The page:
The importance of intestinal hormones on bone formation and breakdown has long been a focus area and this study now opens up for exploiting the beneficial effect of intestinal hormones on the bones.

“Overweight is a protective factor for osteoporosis and bone fractures, but it increases the risk of other diseases such as cardiovascular diseases and type 2 diabetes. It appears that treatment with liraglutide makes it possible to lose weight and maintain the beneficial effect on the bones, while at the same time reducing the risk of cardiovascular disease and type 2 diabetes. This may have a significant bearing on our future approach to obesity treatment,” added Torekov.

The study, GLP-1 receptor agonist treatment increases bone formation and prevents bone loss in weight-reduced obese women., has been published in the Journal of Clinical Endocrinology and Metabolism and was presented at the American Diabetes Association (ADA) in Boston on 6th June 2015.

Obese Patients at High Risk of Post-surgery Complications

Research from the University of Alberta’s Faculty of Medicine & Dentistry is revealing the heavy surgical consequences of severe obesity.

The study, published in the February edition of the Canadian Journal of Surgery, looked at the results of severely obese patients in need of emergency surgery. Of the patients studied, nearly half (40 per cent) needed to be admitted to an intensive care unit (ICU), and just under one in five (17 per cent) did not survive to be discharged home.

“This is one of the first studies to show in an emergency surgical population that the severely obese patients have such risk for major complications and death,” says Rachel Khadaroo, an assistant professor in the Department of Surgery at the U of A, and co-author of the study.

The study involved 111 patients treated at the University of Alberta hospital between 2009 and 2011 who had a body mass index of 35 or higher. The study also found that one-third of patients required multiple surgeries and that the heaviest patients had the highest complication rates.

The researchers say several factors may play a role in the findings. The severely obese often have underlying health conditions such as high blood pressure or diabetes that increase their risk of post-surgery complications. Many also suffer from sarcopenia–a deficiency in muscle–which can have an impact on recovery. The poor results may also be partially explained because of problems with malnutrition among severely obese patients.

“Even though these patients are taking in a lot of calories, a lot of them are empty calories,” explains Suzana Kupper, a general surgery resident at the U of A and lead author of the study. “They are not coming with associated vitamins and minerals and essential fatty acids that the body needs to run well.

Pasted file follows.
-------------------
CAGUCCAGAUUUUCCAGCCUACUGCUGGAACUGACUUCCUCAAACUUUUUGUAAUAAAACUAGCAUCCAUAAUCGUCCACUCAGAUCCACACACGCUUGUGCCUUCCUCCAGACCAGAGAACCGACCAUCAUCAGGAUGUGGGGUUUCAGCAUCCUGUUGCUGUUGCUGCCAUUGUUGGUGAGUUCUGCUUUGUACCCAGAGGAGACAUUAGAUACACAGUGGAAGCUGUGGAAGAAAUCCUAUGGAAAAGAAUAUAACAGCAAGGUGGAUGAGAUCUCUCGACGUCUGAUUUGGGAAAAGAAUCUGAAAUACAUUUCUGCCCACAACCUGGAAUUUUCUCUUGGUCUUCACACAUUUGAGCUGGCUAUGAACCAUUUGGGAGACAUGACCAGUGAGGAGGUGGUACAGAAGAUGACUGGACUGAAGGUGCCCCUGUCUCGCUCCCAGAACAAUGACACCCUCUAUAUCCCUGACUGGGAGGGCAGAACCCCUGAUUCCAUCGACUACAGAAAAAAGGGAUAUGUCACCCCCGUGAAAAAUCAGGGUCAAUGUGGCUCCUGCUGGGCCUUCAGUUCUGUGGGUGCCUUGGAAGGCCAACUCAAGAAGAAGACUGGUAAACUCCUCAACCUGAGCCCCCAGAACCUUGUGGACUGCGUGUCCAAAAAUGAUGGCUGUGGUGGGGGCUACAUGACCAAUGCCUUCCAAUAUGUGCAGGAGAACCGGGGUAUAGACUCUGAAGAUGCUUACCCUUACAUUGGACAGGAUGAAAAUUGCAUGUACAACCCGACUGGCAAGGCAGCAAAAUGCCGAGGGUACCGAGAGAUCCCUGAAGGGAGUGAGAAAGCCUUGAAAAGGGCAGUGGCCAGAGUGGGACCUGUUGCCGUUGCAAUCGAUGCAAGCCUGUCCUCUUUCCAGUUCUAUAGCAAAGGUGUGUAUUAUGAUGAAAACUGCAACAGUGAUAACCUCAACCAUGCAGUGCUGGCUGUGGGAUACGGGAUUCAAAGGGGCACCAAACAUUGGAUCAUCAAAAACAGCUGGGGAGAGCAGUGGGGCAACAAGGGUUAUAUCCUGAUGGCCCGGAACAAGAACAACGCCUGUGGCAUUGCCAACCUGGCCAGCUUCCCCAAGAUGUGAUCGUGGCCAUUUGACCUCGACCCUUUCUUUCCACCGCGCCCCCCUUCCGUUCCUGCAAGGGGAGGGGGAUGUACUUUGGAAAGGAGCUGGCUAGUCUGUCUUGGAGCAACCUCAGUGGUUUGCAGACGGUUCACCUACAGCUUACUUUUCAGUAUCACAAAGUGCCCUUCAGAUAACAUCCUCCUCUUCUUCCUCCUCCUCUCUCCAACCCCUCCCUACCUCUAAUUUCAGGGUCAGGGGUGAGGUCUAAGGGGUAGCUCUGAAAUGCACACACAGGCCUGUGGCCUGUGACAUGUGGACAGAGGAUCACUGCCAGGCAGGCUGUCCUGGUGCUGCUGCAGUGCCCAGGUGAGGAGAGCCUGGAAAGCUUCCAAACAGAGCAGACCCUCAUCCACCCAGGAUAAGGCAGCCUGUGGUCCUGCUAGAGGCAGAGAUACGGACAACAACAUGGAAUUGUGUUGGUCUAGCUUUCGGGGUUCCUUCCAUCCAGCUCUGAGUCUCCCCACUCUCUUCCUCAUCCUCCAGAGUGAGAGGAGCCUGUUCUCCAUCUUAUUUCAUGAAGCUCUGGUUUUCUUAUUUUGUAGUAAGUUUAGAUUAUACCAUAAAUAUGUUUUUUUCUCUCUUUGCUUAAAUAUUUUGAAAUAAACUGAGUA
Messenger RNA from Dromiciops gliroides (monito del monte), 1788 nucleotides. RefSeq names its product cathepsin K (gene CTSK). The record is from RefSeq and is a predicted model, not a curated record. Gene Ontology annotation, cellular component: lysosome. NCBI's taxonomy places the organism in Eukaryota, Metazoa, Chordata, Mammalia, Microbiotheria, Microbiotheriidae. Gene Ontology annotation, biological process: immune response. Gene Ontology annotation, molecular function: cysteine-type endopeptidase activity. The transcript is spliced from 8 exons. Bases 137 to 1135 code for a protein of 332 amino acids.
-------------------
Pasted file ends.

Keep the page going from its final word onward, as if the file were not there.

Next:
“Because of this, they have impaired healing essentially relating to this malnutrition of obesity. A diminished ability to heal may explain the substantial need for ICU support, reoperation and the high mortality observed in our study.”

According to Statistics Canada, in 2013, 19 per cent of Canadians aged 18 and older–roughly 4.9 million adults–reported height and weight that classified them as obese. It’s estimated by the World Health Organization that excess body weight is responsible for 2.8 million deaths each year.

The researchers, who are all part of the Acute Care and Emergency Surgery (ACES) Group at the university, say educating physicians and surgeons about the risk factors for severely obese patients is a key step moving forward.

“It’s a vulnerable population of frail individuals and I think it’s important for us to recognize that as clinicians so that we can treat them appropriately,” says Sandy Widder, an associate professor in the Department of Surgery and senior author of the study. “This knowledge can help us allocate resources and specialized equipment in the future to better meet their unique needs.”

Fresh NEWS from the Chapter

Dr. Joan Pujol Rafols (Barcelona) lead the Communication and Development Subcommittee.
Dr Rachel Batterham (London) & Dr Ralph Peterli (Zurich) lead the Science Subcommittee
Prof Michel Suter (Lausanne) represents the Chapter on the newly formed IFSO world-wide registry committee (agreed in March 2015).

Shaw Somers (UK) and Jean-Marc Chevalier(France) represent the Chapter on the IFSO world-wide Membership Subcommittee (agreed in March 2015).

Obesity continues to increase in Europe

Overweight and obesity is increasing in the EU with 53% of adults in the EU now either overweight or obese, according to the third edition of ‘Health at a Glance: Europe 2014’ report. There are considerable variations between countries, the report states. For example, the prevalence of overweight and obesity among adults exceeds 50% in no less than 17 of EU member states. Obesity varies threefold among countries, from a low of around 8% in Romania to 25% or over in Hungary and the UK, although some of the variations across countries are due to different methodologies in data collection.

Obesity has grown fairly quickly over the past ten years in countries like France, Luxembourg, some Nordic countries (Denmark, Finland, as well as Iceland), and the Czech Republic. It has grown more moderately in other countries such as Italy, Sweden, Belgium, Norway and Switzerland. In the UK, the obesity rate has increased moderately over the past decade, although it remains the second highest among EU countries.

On average across EU member states, one in six adult (16.7%) was obese around the year 2012, an increase from one in eight a decade ago.